Foreign broadcasters disinvited from Azerbaijan's FM band.

Posted: 01 Nov 2008

"Foreign radio stations will not be broadcasted in Azerbaijan late in 2008, Nushiravan Maharramli, Chairman of National Television and Radio Council told APA. ... 'We raised the issue some years ago and demanded that broadcasting of foreign radio stations should be stopped in Azerbaijan and the issue should be solved in accordance with the current world practice. We realized the issue by stages because of poor development of cable network at that time. First of all we stopped transmission of Russian and Turkish TV Channels and French Radio Channel and then Voice of America and Azadlig Channels. We have signed one–year contract with BBC and Turkish TRT Channel', he said. Maharramli stated that above-said Channels were reminded a year ago that national frequency resources belonged to national bodies. 'We are in the last stage and should solve the issue once and for all. Foreign radio stations will remain without transmission frequency late in 2008,' he said. The Chairman added that radio stations function in Azerbaijan could be broadcasted via sputnik [satellite], internet and cable network like in European countries." Azeri Press Agency, 31 October 2008.
     "The Broadcasting Board of Governors (BBG) strongly objects to the proposal made by the government of Azerbaijan to discontinue local radio broadcasts of international media, including Radio Free Europe/Radio Liberty (RFE/RL) and the Voice of America (VOA). 'Millions of people in the region rely on our high-quality news, information and analysis and we urge the government of Azerbaijan to reconsider this plan,' says BBG Board Member Steven J. Simmons. Simmons added that this follows a 'disturbing pattern' that began with harsh restrictions on private broadcasters within the country two years ago, and now directly impacts international media." BBG press release, 31 October 2008.
     “'Unfortunately, some organizations politicize the decision of the Council to stop broadcast of foreign radio stations. The decision was legally based,' Nushiravan Maharramli, the Chairman of the Azerbaijan National Television and Radio Council, told Trend News on 1 November." Trend News Agency, 1 November 2008.
     "The Azerbaijani government has repeatedly come under fire from international rights groups and Western governments for limiting media freedoms, including by jailing local journalists. Critics say foreign-funded news broadcasts are among the only sources of independent information in the oil-rich ex-Soviet republic." AFP, 1 November 2008.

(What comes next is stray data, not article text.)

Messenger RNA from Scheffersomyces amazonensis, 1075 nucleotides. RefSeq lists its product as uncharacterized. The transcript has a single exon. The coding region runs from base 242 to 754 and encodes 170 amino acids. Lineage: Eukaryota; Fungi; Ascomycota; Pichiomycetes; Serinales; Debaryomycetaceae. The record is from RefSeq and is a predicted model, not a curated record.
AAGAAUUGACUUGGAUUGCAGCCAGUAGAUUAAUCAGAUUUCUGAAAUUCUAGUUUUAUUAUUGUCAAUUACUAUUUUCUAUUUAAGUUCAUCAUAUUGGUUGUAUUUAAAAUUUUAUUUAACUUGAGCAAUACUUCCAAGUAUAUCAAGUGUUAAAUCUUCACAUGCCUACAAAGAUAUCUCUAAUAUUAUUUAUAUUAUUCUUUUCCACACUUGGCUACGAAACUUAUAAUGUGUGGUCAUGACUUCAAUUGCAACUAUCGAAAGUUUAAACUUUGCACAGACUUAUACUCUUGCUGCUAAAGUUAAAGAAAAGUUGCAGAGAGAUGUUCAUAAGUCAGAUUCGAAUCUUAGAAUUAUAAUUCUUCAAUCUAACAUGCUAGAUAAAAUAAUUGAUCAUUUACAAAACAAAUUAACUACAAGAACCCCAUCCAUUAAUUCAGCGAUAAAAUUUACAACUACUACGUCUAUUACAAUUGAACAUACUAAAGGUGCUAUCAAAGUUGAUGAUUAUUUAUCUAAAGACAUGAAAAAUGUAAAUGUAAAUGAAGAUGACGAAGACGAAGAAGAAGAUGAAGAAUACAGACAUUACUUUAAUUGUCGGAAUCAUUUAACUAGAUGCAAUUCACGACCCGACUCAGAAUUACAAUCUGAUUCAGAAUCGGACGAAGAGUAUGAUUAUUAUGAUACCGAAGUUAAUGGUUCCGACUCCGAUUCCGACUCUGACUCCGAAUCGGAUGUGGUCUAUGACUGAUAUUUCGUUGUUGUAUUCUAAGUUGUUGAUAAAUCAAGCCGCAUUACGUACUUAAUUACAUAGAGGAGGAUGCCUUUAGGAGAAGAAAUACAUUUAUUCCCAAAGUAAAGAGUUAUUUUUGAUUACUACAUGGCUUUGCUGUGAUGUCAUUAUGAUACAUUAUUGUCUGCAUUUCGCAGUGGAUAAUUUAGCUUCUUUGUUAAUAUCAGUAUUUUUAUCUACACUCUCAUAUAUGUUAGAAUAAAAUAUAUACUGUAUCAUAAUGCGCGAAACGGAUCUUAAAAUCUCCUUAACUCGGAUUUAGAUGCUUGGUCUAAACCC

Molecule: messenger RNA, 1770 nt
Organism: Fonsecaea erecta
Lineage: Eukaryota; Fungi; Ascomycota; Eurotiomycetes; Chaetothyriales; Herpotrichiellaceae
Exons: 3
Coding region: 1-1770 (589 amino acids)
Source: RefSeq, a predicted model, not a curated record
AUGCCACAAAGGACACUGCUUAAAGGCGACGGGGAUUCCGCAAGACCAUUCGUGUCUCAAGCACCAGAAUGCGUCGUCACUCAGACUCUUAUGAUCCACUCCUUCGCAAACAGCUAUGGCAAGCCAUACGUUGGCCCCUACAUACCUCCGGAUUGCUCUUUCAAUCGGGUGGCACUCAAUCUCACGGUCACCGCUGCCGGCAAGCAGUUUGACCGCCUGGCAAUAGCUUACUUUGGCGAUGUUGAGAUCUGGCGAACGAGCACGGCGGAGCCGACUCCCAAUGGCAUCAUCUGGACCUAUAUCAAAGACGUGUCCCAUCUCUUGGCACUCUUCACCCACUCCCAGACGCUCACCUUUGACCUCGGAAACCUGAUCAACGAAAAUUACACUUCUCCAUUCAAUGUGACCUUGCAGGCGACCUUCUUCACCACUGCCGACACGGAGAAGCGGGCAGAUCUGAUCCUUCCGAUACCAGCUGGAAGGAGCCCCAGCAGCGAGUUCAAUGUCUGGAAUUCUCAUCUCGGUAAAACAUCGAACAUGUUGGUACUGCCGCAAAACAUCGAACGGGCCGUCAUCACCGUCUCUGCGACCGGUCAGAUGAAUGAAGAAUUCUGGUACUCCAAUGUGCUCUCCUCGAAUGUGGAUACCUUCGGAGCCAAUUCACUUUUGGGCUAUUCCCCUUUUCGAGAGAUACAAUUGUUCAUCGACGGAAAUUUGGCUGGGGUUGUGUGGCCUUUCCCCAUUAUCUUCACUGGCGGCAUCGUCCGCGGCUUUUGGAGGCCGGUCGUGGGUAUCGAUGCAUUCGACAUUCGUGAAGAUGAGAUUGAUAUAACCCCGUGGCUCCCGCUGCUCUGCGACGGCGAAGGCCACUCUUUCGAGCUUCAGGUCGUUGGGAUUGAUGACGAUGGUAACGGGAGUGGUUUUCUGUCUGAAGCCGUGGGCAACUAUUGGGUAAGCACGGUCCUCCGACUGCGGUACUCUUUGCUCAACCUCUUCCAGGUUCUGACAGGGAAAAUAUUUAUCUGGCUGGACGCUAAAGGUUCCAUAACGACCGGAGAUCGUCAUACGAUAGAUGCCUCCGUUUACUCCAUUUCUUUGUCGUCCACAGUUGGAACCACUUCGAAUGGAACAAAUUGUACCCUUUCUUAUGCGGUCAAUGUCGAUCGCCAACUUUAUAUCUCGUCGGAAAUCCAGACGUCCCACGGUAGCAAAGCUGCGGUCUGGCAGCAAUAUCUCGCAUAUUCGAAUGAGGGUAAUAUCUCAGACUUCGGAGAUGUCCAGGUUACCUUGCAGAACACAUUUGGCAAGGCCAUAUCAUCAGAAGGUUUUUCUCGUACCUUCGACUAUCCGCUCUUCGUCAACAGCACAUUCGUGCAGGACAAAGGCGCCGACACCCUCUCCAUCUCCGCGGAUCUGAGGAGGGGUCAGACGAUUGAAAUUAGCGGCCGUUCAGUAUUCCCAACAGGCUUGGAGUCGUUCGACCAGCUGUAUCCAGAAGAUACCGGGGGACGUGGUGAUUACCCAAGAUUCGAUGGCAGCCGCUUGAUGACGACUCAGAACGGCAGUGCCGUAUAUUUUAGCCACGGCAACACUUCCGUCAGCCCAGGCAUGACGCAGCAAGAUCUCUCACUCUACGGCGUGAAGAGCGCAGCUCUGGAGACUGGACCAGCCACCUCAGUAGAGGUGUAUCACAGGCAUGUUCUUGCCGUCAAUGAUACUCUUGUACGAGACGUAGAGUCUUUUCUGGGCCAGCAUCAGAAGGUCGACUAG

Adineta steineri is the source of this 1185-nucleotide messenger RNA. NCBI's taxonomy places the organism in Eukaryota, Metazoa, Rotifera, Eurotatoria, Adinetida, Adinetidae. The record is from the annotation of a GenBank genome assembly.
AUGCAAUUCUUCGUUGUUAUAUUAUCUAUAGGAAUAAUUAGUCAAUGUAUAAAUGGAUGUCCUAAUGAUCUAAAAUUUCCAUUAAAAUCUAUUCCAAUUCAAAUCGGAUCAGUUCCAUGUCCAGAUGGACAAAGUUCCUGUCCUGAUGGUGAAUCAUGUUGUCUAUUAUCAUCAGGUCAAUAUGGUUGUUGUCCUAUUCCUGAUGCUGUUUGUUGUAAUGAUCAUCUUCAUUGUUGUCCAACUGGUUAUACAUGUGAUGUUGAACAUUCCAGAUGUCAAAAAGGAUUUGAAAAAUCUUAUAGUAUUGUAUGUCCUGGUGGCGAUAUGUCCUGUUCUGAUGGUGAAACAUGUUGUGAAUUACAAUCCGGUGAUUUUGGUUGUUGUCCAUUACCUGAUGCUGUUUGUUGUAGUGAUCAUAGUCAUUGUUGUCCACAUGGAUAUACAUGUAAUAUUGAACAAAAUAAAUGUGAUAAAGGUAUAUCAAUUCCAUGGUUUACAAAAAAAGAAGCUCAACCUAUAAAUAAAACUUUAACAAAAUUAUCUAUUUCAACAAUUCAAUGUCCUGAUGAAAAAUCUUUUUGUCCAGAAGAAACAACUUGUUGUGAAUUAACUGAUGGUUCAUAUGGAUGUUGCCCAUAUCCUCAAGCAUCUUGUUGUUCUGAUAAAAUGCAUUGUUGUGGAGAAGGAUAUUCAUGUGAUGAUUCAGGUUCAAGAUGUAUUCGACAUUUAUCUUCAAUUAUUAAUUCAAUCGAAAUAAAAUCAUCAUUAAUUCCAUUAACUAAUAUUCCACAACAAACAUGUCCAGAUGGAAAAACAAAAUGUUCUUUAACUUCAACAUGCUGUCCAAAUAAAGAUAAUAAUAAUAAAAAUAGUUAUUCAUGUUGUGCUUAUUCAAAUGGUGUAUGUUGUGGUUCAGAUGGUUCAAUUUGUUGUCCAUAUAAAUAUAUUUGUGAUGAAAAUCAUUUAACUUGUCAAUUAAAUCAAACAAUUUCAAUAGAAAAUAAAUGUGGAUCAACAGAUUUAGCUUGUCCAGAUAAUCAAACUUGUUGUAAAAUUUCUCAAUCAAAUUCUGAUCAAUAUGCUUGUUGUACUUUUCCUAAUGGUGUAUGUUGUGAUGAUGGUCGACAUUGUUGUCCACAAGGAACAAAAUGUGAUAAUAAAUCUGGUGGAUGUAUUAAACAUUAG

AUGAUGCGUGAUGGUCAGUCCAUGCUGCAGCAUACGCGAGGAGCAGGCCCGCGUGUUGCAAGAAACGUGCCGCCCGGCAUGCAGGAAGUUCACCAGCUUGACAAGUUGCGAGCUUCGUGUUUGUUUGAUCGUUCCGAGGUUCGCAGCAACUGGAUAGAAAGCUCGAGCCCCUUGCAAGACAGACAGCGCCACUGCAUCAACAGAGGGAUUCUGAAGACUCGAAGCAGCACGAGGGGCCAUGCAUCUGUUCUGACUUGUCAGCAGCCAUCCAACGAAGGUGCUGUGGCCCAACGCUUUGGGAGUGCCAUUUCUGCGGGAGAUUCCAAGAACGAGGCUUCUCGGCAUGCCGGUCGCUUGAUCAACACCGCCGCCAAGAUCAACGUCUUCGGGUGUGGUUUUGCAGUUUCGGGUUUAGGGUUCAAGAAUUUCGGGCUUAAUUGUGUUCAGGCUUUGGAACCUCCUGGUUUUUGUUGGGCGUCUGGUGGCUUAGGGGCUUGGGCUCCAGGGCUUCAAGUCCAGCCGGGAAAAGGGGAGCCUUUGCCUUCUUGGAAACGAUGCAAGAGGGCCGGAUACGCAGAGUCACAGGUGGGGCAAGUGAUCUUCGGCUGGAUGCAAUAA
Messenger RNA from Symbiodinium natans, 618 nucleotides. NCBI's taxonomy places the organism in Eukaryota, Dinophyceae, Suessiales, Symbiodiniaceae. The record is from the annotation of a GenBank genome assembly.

As shortwave listenership declined and FM grew in popularity, the decision makers of U.S. international broadcasting have been cutting back on shortwave transmissions and transmitter sites in favor of "placement" on FM stations inside the target country.
     The problem is that many countries (e.g. China, Burma, Vietnam, Zimbabwe) have never allowed such FM placement. Others have disinvited it, either for political reasons or because the FM band has become too commercially viable to be occupied by foreign broadcasts.
     International broadcasters must therefore find ways to get content into the countries that do not welcome news and information from foreign sources.
     Perhaps the best way is satellite television, supplemented in some cases by cable television systems that carry these international channels. This has worked well for CNN International, BBC World News, and Al Jazeera. There is, however, no successful satellite channel under BBG auspices. It's an expensive undertaking. And it would never be possible to maintain a satellite channel in all of the languages traditionally transmitted on shortwave.
     The internet is another method, suggested by Mr. Maharramli himself. In many countries, internet penetration is still low, but it is growing almost everywhere. The problem is that websites can be blocked. There are methods to work around net censorship, but they are outgunned by much lucrative software industries dedicated to helping organizations and countries block unwanted internet content. The internet is also vulnerable because it almost always involved landlines inside the target country.
     Finally, there is shortwave, the original medium used to get content into hostile media environments. Of all the media available to international broadcasting, only shortwave is granted by physics immunity from interdiction. Because ionospheric skywave propagation, distant transmissions are often heard better than closer (e.g. jamming) signals. The problem with shortwave is that there are fewer shortwave radios available in the shops, fewer people owning radios with shortwave bands, fewer listening to shortwave even if they do own such a radio, and fewer shortwave broadcasts worth listening to.
     International broadcasters with access to terrestrial FM or television in the target country might be able to achieve large, mass audiences. In most cases, however, non-mainstream media such as satellite, the internet, and shortwave must be used. In this case, a small-audience strategy must be employed, in which the audience is distinguished more by its quality and influence than by its quantity.

Copyright 2006–2018 Kim Andrew Elliott.